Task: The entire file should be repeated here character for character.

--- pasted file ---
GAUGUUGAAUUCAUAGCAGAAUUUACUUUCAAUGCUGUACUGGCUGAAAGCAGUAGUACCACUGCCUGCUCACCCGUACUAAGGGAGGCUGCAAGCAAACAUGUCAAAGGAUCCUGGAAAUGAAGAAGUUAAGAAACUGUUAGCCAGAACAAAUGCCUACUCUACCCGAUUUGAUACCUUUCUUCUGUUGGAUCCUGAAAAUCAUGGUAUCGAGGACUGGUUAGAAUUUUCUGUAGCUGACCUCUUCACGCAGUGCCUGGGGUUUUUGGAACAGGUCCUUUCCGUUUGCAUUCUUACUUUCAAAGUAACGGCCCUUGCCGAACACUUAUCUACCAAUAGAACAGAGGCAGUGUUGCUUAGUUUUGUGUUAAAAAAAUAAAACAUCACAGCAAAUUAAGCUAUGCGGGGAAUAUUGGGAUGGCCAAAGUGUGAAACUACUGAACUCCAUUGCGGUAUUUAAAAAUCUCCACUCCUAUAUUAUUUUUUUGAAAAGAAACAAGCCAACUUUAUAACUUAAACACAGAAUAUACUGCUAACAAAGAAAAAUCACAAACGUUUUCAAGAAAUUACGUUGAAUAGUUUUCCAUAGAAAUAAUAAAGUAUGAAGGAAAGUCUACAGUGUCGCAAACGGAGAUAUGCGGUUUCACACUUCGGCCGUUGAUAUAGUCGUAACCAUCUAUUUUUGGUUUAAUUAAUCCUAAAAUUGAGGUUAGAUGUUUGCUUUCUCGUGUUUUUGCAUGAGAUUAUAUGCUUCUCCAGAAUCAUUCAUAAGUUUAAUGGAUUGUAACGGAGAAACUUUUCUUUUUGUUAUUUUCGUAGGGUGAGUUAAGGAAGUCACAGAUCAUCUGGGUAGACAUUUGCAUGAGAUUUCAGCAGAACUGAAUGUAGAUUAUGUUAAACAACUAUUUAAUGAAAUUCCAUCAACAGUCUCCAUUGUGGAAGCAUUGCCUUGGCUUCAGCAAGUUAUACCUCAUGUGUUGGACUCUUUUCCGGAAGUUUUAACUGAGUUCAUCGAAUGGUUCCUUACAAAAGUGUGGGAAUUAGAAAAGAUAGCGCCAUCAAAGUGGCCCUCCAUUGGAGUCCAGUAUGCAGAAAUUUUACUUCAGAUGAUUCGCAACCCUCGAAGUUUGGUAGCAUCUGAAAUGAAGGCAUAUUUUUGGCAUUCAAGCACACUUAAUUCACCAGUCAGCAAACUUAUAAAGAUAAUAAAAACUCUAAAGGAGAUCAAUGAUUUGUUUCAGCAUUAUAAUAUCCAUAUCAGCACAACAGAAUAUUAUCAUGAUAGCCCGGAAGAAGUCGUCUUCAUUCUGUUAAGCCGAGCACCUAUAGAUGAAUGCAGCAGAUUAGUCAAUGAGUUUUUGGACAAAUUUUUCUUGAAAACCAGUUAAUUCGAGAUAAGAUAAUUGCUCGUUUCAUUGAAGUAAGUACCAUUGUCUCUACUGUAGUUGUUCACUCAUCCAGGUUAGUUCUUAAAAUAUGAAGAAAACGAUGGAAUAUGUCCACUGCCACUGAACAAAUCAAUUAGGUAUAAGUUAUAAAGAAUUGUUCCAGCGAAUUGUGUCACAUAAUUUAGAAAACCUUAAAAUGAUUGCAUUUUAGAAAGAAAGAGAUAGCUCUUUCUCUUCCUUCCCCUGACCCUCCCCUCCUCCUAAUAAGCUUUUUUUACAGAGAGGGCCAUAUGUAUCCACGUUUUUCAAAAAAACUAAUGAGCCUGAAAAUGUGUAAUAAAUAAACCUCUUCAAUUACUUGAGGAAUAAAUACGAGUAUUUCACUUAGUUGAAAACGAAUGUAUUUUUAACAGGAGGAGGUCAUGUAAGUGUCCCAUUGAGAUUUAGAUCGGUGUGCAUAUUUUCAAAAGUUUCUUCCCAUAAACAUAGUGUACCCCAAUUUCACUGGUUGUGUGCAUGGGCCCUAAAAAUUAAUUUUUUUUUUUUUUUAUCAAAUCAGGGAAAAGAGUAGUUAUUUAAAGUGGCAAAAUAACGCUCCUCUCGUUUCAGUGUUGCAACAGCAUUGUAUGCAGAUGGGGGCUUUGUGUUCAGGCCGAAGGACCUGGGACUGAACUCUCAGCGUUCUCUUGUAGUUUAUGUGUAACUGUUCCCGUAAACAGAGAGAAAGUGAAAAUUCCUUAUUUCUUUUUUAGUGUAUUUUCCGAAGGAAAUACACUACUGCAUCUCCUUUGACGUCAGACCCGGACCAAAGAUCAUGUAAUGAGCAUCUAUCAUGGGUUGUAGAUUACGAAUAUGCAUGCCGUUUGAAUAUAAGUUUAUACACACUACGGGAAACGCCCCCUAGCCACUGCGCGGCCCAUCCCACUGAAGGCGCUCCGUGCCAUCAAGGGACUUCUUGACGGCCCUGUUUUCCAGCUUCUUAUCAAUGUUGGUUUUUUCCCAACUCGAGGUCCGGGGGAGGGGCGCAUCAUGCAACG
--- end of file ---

GAUGUUGAAUUCAUAGCAGAAUUUACUUUCAAUGCUGUACUGGCUGAAAGCAGUAGUACCACUGCCUGCUCACCCGUACUAAGGGAGGCUGCAAGCAAACAUGUCAAAGGAUCCUGGAAAUGAAGAAGUUAAGAAACUGUUAGCCAGAACAAAUGCCUACUCUACCCGAUUUGAUACCUUUCUUCUGUUGGAUCCUGAAAAUCAUGGUAUCGAGGACUGGUUAGAAUUUUCUGUAGCUGACCUCUUCACGCAGUGCCUGGGGUUUUUGGAACAGGUCCUUUCCGUUUGCAUUCUUACUUUCAAAGUAACGGCCCUUGCCGAACACUUAUCUACCAAUAGAACAGAGGCAGUGUUGCUUAGUUUUGUGUUAAAAAAAUAAAACAUCACAGCAAAUUAAGCUAUGCGGGGAAUAUUGGGAUGGCCAAAGUGUGAAACUACUGAACUCCAUUGCGGUAUUUAAAAAUCUCCACUCCUAUAUUAUUUUUUUGAAAAGAAACAAGCCAACUUUAUAACUUAAACACAGAAUAUACUGCUAACAAAGAAAAAUCACAAACGUUUUCAAGAAAUUACGUUGAAUAGUUUUCCAUAGAAAUAAUAAAGUAUGAAGGAAAGUCUACAGUGUCGCAAACGGAGAUAUGCGGUUUCACACUUCGGCCGUUGAUAUAGUCGUAACCAUCUAUUUUUGGUUUAAUUAAUCCUAAAAUUGAGGUUAGAUGUUUGCUUUCUCGUGUUUUUGCAUGAGAUUAUAUGCUUCUCCAGAAUCAUUCAUAAGUUUAAUGGAUUGUAACGGAGAAACUUUUCUUUUUGUUAUUUUCGUAGGGUGAGUUAAGGAAGUCACAGAUCAUCUGGGUAGACAUUUGCAUGAGAUUUCAGCAGAACUGAAUGUAGAUUAUGUUAAACAACUAUUUAAUGAAAUUCCAUCAACAGUCUCCAUUGUGGAAGCAUUGCCUUGGCUUCAGCAAGUUAUACCUCAUGUGUUGGACUCUUUUCCGGAAGUUUUAACUGAGUUCAUCGAAUGGUUCCUUACAAAAGUGUGGGAAUUAGAAAAGAUAGCGCCAUCAAAGUGGCCCUCCAUUGGAGUCCAGUAUGCAGAAAUUUUACUUCAGAUGAUUCGCAACCCUCGAAGUUUGGUAGCAUCUGAAAUGAAGGCAUAUUUUUGGCAUUCAAGCACACUUAAUUCACCAGUCAGCAAACUUAUAAAGAUAAUAAAAACUCUAAAGGAGAUCAAUGAUUUGUUUCAGCAUUAUAAUAUCCAUAUCAGCACAACAGAAUAUUAUCAUGAUAGCCCGGAAGAAGUCGUCUUCAUUCUGUUAAGCCGAGCACCUAUAGAUGAAUGCAGCAGAUUAGUCAAUGAGUUUUUGGACAAAUUUUUCUUGAAAACCAGUUAAUUCGAGAUAAGAUAAUUGCUCGUUUCAUUGAAGUAAGUACCAUUGUCUCUACUGUAGUUGUUCACUCAUCCAGGUUAGUUCUUAAAAUAUGAAGAAAACGAUGGAAUAUGUCCACUGCCACUGAACAAAUCAAUUAGGUAUAAGUUAUAAAGAAUUGUUCCAGCGAAUUGUGUCACAUAAUUUAGAAAACCUUAAAAUGAUUGCAUUUUAGAAAGAAAGAGAUAGCUCUUUCUCUUCCUUCCCCUGACCCUCCCCUCCUCCUAAUAAGCUUUUUUUACAGAGAGGGCCAUAUGUAUCCACGUUUUUCAAAAAAACUAAUGAGCCUGAAAAUGUGUAAUAAAUAAACCUCUUCAAUUACUUGAGGAAUAAAUACGAGUAUUUCACUUAGUUGAAAACGAAUGUAUUUUUAACAGGAGGAGGUCAUGUAAGUGUCCCAUUGAGAUUUAGAUCGGUGUGCAUAUUUUCAAAAGUUUCUUCCCAUAAACAUAGUGUACCCCAAUUUCACUGGUUGUGUGCAUGGGCCCUAAAAAUUAAUUUUUUUUUUUUUUUAUCAAAUCAGGGAAAAGAGUAGUUAUUUAAAGUGGCAAAAUAACGCUCCUCUCGUUUCAGUGUUGCAACAGCAUUGUAUGCAGAUGGGGGCUUUGUGUUCAGGCCGAAGGACCUGGGACUGAACUCUCAGCGUUCUCUUGUAGUUUAUGUGUAACUGUUCCCGUAAACAGAGAGAAAGUGAAAAUUCCUUAUUUCUUUUUUAGUGUAUUUUCCGAAGGAAAUACACUACUGCAUCUCCUUUGACGUCAGACCCGGACCAAAGAUCAUGUAAUGAGCAUCUAUCAUGGGUUGUAGAUUACGAAUAUGCAUGCCGUUUGAAUAUAAGUUUAUACACACUACGGGAAACGCCCCCUAGCCACUGCGCGGCCCAUCCCACUGAAGGCGCUCCGUGCCAUCAAGGGACUUCUUGACGGCCCUGUUUUCCAGCUUCUUAUCAAUGUUGGUUUUUUCCCAACUCGAGGUCCGGGGGAGGGGCGCAUCAUGCAACG